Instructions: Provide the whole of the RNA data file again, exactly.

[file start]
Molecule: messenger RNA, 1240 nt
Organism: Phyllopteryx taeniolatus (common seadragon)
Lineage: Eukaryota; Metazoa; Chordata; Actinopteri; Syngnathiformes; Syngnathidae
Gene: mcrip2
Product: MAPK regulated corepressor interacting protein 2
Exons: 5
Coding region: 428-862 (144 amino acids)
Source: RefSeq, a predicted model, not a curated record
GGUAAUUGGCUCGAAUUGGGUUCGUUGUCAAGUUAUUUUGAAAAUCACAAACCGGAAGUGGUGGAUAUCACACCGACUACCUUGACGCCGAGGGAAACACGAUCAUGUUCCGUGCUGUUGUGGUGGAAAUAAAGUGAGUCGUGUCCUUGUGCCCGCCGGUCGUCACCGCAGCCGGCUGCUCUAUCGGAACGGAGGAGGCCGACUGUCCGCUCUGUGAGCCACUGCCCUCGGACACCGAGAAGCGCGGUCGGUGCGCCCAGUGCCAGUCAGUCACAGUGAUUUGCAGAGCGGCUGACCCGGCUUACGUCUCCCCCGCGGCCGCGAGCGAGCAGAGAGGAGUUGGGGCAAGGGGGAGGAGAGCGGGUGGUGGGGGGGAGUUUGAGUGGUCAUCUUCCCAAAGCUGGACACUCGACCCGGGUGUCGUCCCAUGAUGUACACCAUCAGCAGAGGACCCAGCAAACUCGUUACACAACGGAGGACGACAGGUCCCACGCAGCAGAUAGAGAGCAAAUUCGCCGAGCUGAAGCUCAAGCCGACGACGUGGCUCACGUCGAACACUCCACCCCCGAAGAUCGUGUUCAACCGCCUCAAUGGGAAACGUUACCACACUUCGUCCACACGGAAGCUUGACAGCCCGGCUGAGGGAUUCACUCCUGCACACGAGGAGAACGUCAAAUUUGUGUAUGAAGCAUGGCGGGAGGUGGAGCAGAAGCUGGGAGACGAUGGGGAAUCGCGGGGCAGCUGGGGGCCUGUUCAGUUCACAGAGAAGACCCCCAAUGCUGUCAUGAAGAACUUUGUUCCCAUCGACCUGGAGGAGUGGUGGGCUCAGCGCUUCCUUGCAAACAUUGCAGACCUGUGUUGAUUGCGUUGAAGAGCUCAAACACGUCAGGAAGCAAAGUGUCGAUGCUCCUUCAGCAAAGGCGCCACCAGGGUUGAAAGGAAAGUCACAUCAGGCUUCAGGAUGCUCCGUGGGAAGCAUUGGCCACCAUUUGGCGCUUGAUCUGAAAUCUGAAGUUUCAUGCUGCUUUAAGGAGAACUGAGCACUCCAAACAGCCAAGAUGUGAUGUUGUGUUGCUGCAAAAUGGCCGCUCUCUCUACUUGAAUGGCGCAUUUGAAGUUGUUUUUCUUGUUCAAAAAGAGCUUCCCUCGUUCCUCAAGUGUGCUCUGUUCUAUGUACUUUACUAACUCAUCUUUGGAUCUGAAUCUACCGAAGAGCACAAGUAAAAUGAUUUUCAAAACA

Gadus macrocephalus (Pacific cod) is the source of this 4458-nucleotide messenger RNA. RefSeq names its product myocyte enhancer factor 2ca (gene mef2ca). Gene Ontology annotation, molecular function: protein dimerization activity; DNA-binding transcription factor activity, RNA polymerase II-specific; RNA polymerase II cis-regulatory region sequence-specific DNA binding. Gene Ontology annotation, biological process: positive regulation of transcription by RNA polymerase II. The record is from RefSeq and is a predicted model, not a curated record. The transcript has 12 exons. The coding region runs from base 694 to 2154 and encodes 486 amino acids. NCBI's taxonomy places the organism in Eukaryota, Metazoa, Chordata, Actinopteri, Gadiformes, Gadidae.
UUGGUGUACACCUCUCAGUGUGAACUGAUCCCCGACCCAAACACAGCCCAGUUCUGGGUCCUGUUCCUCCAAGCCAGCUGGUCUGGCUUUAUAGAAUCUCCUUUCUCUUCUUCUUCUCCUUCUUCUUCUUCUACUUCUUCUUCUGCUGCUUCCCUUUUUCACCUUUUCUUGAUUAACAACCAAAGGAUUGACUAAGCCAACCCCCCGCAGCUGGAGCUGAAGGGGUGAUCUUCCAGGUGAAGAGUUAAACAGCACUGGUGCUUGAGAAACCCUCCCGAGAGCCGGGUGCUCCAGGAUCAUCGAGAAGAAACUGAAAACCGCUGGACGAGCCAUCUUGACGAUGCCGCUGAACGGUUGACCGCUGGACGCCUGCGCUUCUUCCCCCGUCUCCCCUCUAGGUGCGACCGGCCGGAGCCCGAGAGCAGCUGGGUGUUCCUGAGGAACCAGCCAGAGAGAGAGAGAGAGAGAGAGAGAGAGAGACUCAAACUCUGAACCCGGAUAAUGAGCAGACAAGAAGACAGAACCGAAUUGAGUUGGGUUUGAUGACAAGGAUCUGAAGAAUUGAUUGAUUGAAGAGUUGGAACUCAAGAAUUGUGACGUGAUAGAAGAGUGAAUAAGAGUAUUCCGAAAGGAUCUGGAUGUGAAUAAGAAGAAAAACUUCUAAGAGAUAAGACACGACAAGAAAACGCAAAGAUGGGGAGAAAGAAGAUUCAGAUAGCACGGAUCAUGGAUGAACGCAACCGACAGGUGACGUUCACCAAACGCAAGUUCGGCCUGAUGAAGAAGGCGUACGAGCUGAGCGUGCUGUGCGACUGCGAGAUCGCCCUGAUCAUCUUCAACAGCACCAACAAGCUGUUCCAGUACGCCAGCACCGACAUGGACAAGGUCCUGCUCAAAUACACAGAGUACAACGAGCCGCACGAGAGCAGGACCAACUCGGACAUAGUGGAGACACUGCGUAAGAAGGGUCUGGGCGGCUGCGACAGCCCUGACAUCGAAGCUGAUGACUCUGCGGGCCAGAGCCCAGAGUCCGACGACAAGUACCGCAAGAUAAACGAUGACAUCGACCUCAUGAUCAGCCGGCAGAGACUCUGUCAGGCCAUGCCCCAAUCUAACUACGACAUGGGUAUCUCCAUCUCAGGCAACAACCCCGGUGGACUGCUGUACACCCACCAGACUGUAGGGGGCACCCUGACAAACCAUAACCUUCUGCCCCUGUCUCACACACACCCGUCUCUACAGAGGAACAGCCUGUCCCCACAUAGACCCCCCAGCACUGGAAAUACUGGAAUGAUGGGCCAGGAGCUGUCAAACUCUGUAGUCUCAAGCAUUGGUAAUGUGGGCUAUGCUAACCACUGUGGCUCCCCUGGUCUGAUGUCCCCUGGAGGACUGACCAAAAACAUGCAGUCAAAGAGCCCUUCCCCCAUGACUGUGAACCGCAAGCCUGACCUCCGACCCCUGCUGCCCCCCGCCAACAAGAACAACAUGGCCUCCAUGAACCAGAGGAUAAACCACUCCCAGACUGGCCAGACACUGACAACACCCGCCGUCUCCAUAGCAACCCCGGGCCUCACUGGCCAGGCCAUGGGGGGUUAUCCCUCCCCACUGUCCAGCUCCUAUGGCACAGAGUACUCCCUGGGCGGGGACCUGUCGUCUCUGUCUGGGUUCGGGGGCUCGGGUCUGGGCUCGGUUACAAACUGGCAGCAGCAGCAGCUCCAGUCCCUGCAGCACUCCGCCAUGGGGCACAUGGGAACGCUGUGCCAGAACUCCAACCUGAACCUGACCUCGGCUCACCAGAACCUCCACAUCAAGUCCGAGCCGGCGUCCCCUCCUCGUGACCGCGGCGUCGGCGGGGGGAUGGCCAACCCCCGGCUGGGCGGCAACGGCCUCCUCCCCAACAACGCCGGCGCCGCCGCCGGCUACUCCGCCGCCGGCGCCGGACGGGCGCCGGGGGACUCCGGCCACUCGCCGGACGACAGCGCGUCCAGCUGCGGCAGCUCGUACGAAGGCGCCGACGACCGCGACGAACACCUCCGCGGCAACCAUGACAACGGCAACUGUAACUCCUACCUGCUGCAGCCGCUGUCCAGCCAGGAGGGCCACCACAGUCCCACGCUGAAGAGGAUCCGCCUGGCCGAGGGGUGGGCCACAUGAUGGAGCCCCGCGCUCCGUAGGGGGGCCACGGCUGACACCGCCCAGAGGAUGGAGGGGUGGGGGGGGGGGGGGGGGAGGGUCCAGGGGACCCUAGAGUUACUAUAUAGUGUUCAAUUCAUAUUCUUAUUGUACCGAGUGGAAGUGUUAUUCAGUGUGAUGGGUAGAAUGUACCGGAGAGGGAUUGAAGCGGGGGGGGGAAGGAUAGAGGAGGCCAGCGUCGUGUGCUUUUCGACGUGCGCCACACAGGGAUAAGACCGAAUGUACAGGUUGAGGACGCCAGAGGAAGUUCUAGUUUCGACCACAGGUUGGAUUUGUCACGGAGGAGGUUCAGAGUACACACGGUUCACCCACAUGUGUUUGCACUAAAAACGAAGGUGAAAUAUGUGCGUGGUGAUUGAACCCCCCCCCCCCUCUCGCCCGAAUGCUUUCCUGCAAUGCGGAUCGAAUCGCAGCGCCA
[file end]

Molecule: messenger RNA, 1240 nt
Organism: Phyllopteryx taeniolatus (common seadragon)
Lineage: Eukaryota; Metazoa; Chordata; Actinopteri; Syngnathiformes; Syngnathidae
Gene: mcrip2
Product: MAPK regulated corepressor interacting protein 2
Exons: 5
Coding region: 428-862 (144 amino acids)
Source: RefSeq, a predicted model, not a curated record
GGUAAUUGGCUCGAAUUGGGUUCGUUGUCAAGUUAUUUUGAAAAUCACAAACCGGAAGUGGUGGAUAUCACACCGACUACCUUGACGCCGAGGGAAACACGAUCAUGUUCCGUGCUGUUGUGGUGGAAAUAAAGUGAGUCGUGUCCUUGUGCCCGCCGGUCGUCACCGCAGCCGGCUGCUCUAUCGGAACGGAGGAGGCCGACUGUCCGCUCUGUGAGCCACUGCCCUCGGACACCGAGAAGCGCGGUCGGUGCGCCCAGUGCCAGUCAGUCACAGUGAUUUGCAGAGCGGCUGACCCGGCUUACGUCUCCCCCGCGGCCGCGAGCGAGCAGAGAGGAGUUGGGGCAAGGGGGAGGAGAGCGGGUGGUGGGGGGGAGUUUGAGUGGUCAUCUUCCCAAAGCUGGACACUCGACCCGGGUGUCGUCCCAUGAUGUACACCAUCAGCAGAGGACCCAGCAAACUCGUUACACAACGGAGGACGACAGGUCCCACGCAGCAGAUAGAGAGCAAAUUCGCCGAGCUGAAGCUCAAGCCGACGACGUGGCUCACGUCGAACACUCCACCCCCGAAGAUCGUGUUCAACCGCCUCAAUGGGAAACGUUACCACACUUCGUCCACACGGAAGCUUGACAGCCCGGCUGAGGGAUUCACUCCUGCACACGAGGAGAACGUCAAAUUUGUGUAUGAAGCAUGGCGGGAGGUGGAGCAGAAGCUGGGAGACGAUGGGGAAUCGCGGGGCAGCUGGGGGCCUGUUCAGUUCACAGAGAAGACCCCCAAUGCUGUCAUGAAGAACUUUGUUCCCAUCGACCUGGAGGAGUGGUGGGCUCAGCGCUUCCUUGCAAACAUUGCAGACCUGUGUUGAUUGCGUUGAAGAGCUCAAACACGUCAGGAAGCAAAGUGUCGAUGCUCCUUCAGCAAAGGCGCCACCAGGGUUGAAAGGAAAGUCACAUCAGGCUUCAGGAUGCUCCGUGGGAAGCAUUGGCCACCAUUUGGCGCUUGAUCUGAAAUCUGAAGUUUCAUGCUGCUUUAAGGAGAACUGAGCACUCCAAACAGCCAAGAUGUGAUGUUGUGUUGCUGCAAAAUGGCCGCUCUCUCUACUUGAAUGGCGCAUUUGAAGUUGUUUUUCUUGUUCAAAAAGAGCUUCCCUCGUUCCUCAAGUGUGCUCUGUUCUAUGUACUUUACUAACUCAUCUUUGGAUCUGAAUCUACCGAAGAGCACAAGUAAAAUGAUUUUCAAAACA

Gadus macrocephalus (Pacific cod) is the source of this 4458-nucleotide messenger RNA. RefSeq names its product myocyte enhancer factor 2ca (gene mef2ca). Gene Ontology annotation, molecular function: protein dimerization activity; DNA-binding transcription factor activity, RNA polymerase II-specific; RNA polymerase II cis-regulatory region sequence-specific DNA binding. Gene Ontology annotation, biological process: positive regulation of transcription by RNA polymerase II. The record is from RefSeq and is a predicted model, not a curated record. The transcript has 12 exons. The coding region runs from base 694 to 2154 and encodes 486 amino acids. NCBI's taxonomy places the organism in Eukaryota, Metazoa, Chordata, Actinopteri, Gadiformes, Gadidae.
UUGGUGUACACCUCUCAGUGUGAACUGAUCCCCGACCCAAACACAGCCCAGUUCUGGGUCCUGUUCCUCCAAGCCAGCUGGUCUGGCUUUAUAGAAUCUCCUUUCUCUUCUUCUUCUCCUUCUUCUUCUUCUACUUCUUCUUCUGCUGCUUCCCUUUUUCACCUUUUCUUGAUUAACAACCAAAGGAUUGACUAAGCCAACCCCCCGCAGCUGGAGCUGAAGGGGUGAUCUUCCAGGUGAAGAGUUAAACAGCACUGGUGCUUGAGAAACCCUCCCGAGAGCCGGGUGCUCCAGGAUCAUCGAGAAGAAACUGAAAACCGCUGGACGAGCCAUCUUGACGAUGCCGCUGAACGGUUGACCGCUGGACGCCUGCGCUUCUUCCCCCGUCUCCCCUCUAGGUGCGACCGGCCGGAGCCCGAGAGCAGCUGGGUGUUCCUGAGGAACCAGCCAGAGAGAGAGAGAGAGAGAGAGAGAGAGAGACUCAAACUCUGAACCCGGAUAAUGAGCAGACAAGAAGACAGAACCGAAUUGAGUUGGGUUUGAUGACAAGGAUCUGAAGAAUUGAUUGAUUGAAGAGUUGGAACUCAAGAAUUGUGACGUGAUAGAAGAGUGAAUAAGAGUAUUCCGAAAGGAUCUGGAUGUGAAUAAGAAGAAAAACUUCUAAGAGAUAAGACACGACAAGAAAACGCAAAGAUGGGGAGAAAGAAGAUUCAGAUAGCACGGAUCAUGGAUGAACGCAACCGACAGGUGACGUUCACCAAACGCAAGUUCGGCCUGAUGAAGAAGGCGUACGAGCUGAGCGUGCUGUGCGACUGCGAGAUCGCCCUGAUCAUCUUCAACAGCACCAACAAGCUGUUCCAGUACGCCAGCACCGACAUGGACAAGGUCCUGCUCAAAUACACAGAGUACAACGAGCCGCACGAGAGCAGGACCAACUCGGACAUAGUGGAGACACUGCGUAAGAAGGGUCUGGGCGGCUGCGACAGCCCUGACAUCGAAGCUGAUGACUCUGCGGGCCAGAGCCCAGAGUCCGACGACAAGUACCGCAAGAUAAACGAUGACAUCGACCUCAUGAUCAGCCGGCAGAGACUCUGUCAGGCCAUGCCCCAAUCUAACUACGACAUGGGUAUCUCCAUCUCAGGCAACAACCCCGGUGGACUGCUGUACACCCACCAGACUGUAGGGGGCACCCUGACAAACCAUAACCUUCUGCCCCUGUCUCACACACACCCGUCUCUACAGAGGAACAGCCUGUCCCCACAUAGACCCCCCAGCACUGGAAAUACUGGAAUGAUGGGCCAGGAGCUGUCAAACUCUGUAGUCUCAAGCAUUGGUAAUGUGGGCUAUGCUAACCACUGUGGCUCCCCUGGUCUGAUGUCCCCUGGAGGACUGACCAAAAACAUGCAGUCAAAGAGCCCUUCCCCCAUGACUGUGAACCGCAAGCCUGACCUCCGACCCCUGCUGCCCCCCGCCAACAAGAACAACAUGGCCUCCAUGAACCAGAGGAUAAACCACUCCCAGACUGGCCAGACACUGACAACACCCGCCGUCUCCAUAGCAACCCCGGGCCUCACUGGCCAGGCCAUGGGGGGUUAUCCCUCCCCACUGUCCAGCUCCUAUGGCACAGAGUACUCCCUGGGCGGGGACCUGUCGUCUCUGUCUGGGUUCGGGGGCUCGGGUCUGGGCUCGGUUACAAACUGGCAGCAGCAGCAGCUCCAGUCCCUGCAGCACUCCGCCAUGGGGCACAUGGGAACGCUGUGCCAGAACUCCAACCUGAACCUGACCUCGGCUCACCAGAACCUCCACAUCAAGUCCGAGCCGGCGUCCCCUCCUCGUGACCGCGGCGUCGGCGGGGGGAUGGCCAACCCCCGGCUGGGCGGCAACGGCCUCCUCCCCAACAACGCCGGCGCCGCCGCCGGCUACUCCGCCGCCGGCGCCGGACGGGCGCCGGGGGACUCCGGCCACUCGCCGGACGACAGCGCGUCCAGCUGCGGCAGCUCGUACGAAGGCGCCGACGACCGCGACGAACACCUCCGCGGCAACCAUGACAACGGCAACUGUAACUCCUACCUGCUGCAGCCGCUGUCCAGCCAGGAGGGCCACCACAGUCCCACGCUGAAGAGGAUCCGCCUGGCCGAGGGGUGGGCCACAUGAUGGAGCCCCGCGCUCCGUAGGGGGGCCACGGCUGACACCGCCCAGAGGAUGGAGGGGUGGGGGGGGGGGGGGGGGAGGGUCCAGGGGACCCUAGAGUUACUAUAUAGUGUUCAAUUCAUAUUCUUAUUGUACCGAGUGGAAGUGUUAUUCAGUGUGAUGGGUAGAAUGUACCGGAGAGGGAUUGAAGCGGGGGGGGGAAGGAUAGAGGAGGCCAGCGUCGUGUGCUUUUCGACGUGCGCCACACAGGGAUAAGACCGAAUGUACAGGUUGAGGACGCCAGAGGAAGUUCUAGUUUCGACCACAGGUUGGAUUUGUCACGGAGGAGGUUCAGAGUACACACGGUUCACCCACAUGUGUUUGCACUAAAAACGAAGGUGAAAUAUGUGCGUGGUGAUUGAACCCCCCCCCCCCUCUCGCCCGAAUGCUUUCCUGCAAUGCGGAUCGAAUCGCAGCGCCA